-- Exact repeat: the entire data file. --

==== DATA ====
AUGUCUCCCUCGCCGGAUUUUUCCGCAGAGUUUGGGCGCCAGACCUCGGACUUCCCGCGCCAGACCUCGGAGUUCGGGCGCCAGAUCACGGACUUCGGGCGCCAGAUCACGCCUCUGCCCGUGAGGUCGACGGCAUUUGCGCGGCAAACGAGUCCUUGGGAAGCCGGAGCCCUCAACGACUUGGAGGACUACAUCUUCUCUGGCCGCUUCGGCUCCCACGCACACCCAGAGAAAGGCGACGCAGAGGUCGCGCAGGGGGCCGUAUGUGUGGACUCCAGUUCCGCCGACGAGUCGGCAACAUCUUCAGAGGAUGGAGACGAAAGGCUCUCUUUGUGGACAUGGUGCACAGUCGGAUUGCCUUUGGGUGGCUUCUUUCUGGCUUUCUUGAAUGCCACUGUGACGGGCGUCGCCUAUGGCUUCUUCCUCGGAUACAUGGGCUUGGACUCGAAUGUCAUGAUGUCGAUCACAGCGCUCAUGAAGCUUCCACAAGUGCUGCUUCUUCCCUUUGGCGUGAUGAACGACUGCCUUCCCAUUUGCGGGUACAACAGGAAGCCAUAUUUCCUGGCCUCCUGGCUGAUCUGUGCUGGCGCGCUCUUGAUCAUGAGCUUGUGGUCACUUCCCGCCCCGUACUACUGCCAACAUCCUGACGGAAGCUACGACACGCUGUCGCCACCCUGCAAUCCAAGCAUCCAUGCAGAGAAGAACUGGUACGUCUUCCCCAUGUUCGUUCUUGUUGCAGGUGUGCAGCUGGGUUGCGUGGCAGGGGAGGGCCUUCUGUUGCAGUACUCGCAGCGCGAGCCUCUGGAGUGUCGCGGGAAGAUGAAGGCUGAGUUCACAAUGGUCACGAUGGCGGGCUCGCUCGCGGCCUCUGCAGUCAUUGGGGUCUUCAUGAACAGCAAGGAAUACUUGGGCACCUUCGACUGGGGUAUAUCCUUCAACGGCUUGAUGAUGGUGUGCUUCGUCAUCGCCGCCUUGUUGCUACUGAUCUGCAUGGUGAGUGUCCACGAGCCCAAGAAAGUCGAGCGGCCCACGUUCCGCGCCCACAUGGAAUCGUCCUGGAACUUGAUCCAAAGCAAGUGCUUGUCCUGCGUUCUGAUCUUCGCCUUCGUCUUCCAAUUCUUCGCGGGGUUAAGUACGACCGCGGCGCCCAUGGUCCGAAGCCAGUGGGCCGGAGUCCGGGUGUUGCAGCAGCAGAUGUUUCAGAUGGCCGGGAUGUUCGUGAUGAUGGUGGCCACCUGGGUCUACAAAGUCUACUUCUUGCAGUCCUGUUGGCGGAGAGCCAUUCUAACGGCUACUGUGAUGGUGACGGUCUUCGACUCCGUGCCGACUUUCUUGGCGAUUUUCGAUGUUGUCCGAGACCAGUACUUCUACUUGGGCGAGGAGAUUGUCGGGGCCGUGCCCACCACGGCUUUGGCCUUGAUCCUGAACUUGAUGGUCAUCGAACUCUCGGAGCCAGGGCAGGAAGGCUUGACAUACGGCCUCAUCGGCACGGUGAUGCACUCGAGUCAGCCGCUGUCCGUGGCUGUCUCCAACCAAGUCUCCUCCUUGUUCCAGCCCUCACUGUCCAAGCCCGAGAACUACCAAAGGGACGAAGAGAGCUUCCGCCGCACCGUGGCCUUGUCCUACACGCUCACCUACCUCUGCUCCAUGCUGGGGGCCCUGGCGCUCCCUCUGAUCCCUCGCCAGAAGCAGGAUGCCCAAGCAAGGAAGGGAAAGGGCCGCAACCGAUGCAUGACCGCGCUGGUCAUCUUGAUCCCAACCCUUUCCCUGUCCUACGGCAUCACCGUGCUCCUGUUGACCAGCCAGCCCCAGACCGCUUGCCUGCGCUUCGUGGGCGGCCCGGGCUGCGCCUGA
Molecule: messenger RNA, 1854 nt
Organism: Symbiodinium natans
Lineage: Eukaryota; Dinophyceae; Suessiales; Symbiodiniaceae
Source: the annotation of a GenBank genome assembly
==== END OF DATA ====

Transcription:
AUGUCUCCCUCGCCGGAUUUUUCCGCAGAGUUUGGGCGCCAGACCUCGGACUUCCCGCGCCAGACCUCGGAGUUCGGGCGCCAGAUCACGGACUUCGGGCGCCAGAUCACGCCUCUGCCCGUGAGGUCGACGGCAUUUGCGCGGCAAACGAGUCCUUGGGAAGCCGGAGCCCUCAACGACUUGGAGGACUACAUCUUCUCUGGCCGCUUCGGCUCCCACGCACACCCAGAGAAAGGCGACGCAGAGGUCGCGCAGGGGGCCGUAUGUGUGGACUCCAGUUCCGCCGACGAGUCGGCAACAUCUUCAGAGGAUGGAGACGAAAGGCUCUCUUUGUGGACAUGGUGCACAGUCGGAUUGCCUUUGGGUGGCUUCUUUCUGGCUUUCUUGAAUGCCACUGUGACGGGCGUCGCCUAUGGCUUCUUCCUCGGAUACAUGGGCUUGGACUCGAAUGUCAUGAUGUCGAUCACAGCGCUCAUGAAGCUUCCACAAGUGCUGCUUCUUCCCUUUGGCGUGAUGAACGACUGCCUUCCCAUUUGCGGGUACAACAGGAAGCCAUAUUUCCUGGCCUCCUGGCUGAUCUGUGCUGGCGCGCUCUUGAUCAUGAGCUUGUGGUCACUUCCCGCCCCGUACUACUGCCAACAUCCUGACGGAAGCUACGACACGCUGUCGCCACCCUGCAAUCCAAGCAUCCAUGCAGAGAAGAACUGGUACGUCUUCCCCAUGUUCGUUCUUGUUGCAGGUGUGCAGCUGGGUUGCGUGGCAGGGGAGGGCCUUCUGUUGCAGUACUCGCAGCGCGAGCCUCUGGAGUGUCGCGGGAAGAUGAAGGCUGAGUUCACAAUGGUCACGAUGGCGGGCUCGCUCGCGGCCUCUGCAGUCAUUGGGGUCUUCAUGAACAGCAAGGAAUACUUGGGCACCUUCGACUGGGGUAUAUCCUUCAACGGCUUGAUGAUGGUGUGCUUCGUCAUCGCCGCCUUGUUGCUACUGAUCUGCAUGGUGAGUGUCCACGAGCCCAAGAAAGUCGAGCGGCCCACGUUCCGCGCCCACAUGGAAUCGUCCUGGAACUUGAUCCAAAGCAAGUGCUUGUCCUGCGUUCUGAUCUUCGCCUUCGUCUUCCAAUUCUUCGCGGGGUUAAGUACGACCGCGGCGCCCAUGGUCCGAAGCCAGUGGGCCGGAGUCCGGGUGUUGCAGCAGCAGAUGUUUCAGAUGGCCGGGAUGUUCGUGAUGAUGGUGGCCACCUGGGUCUACAAAGUCUACUUCUUGCAGUCCUGUUGGCGGAGAGCCAUUCUAACGGCUACUGUGAUGGUGACGGUCUUCGACUCCGUGCCGACUUUCUUGGCGAUUUUCGAUGUUGUCCGAGACCAGUACUUCUACUUGGGCGAGGAGAUUGUCGGGGCCGUGCCCACCACGGCUUUGGCCUUGAUCCUGAACUUGAUGGUCAUCGAACUCUCGGAGCCAGGGCAGGAAGGCUUGACAUACGGCCUCAUCGGCACGGUGAUGCACUCGAGUCAGCCGCUGUCCGUGGCUGUCUCCAACCAAGUCUCCUCCUUGUUCCAGCCCUCACUGUCCAAGCCCGAGAACUACCAAAGGGACGAAGAGAGCUUCCGCCGCACCGUGGCCUUGUCCUACACGCUCACCUACCUCUGCUCCAUGCUGGGGGCCCUGGCGCUCCCUCUGAUCCCUCGCCAGAAGCAGGAUGCCCAAGCAAGGAAGGGAAAGGGCCGCAACCGAUGCAUGACCGCGCUGGUCAUCUUGAUCCCAACCCUUUCCCUGUCCUACGGCAUCACCGUGCUCCUGUUGACCAGCCAGCCCCAGACCGCUUGCCUGCGCUUCGUGGGCGGCCCGGGCUGCGCCUGA
Molecule: messenger RNA, 1854 nt
Organism: Symbiodinium natans
Lineage: Eukaryota; Dinophyceae; Suessiales; Symbiodiniaceae
Source: the annotation of a GenBank genome assembly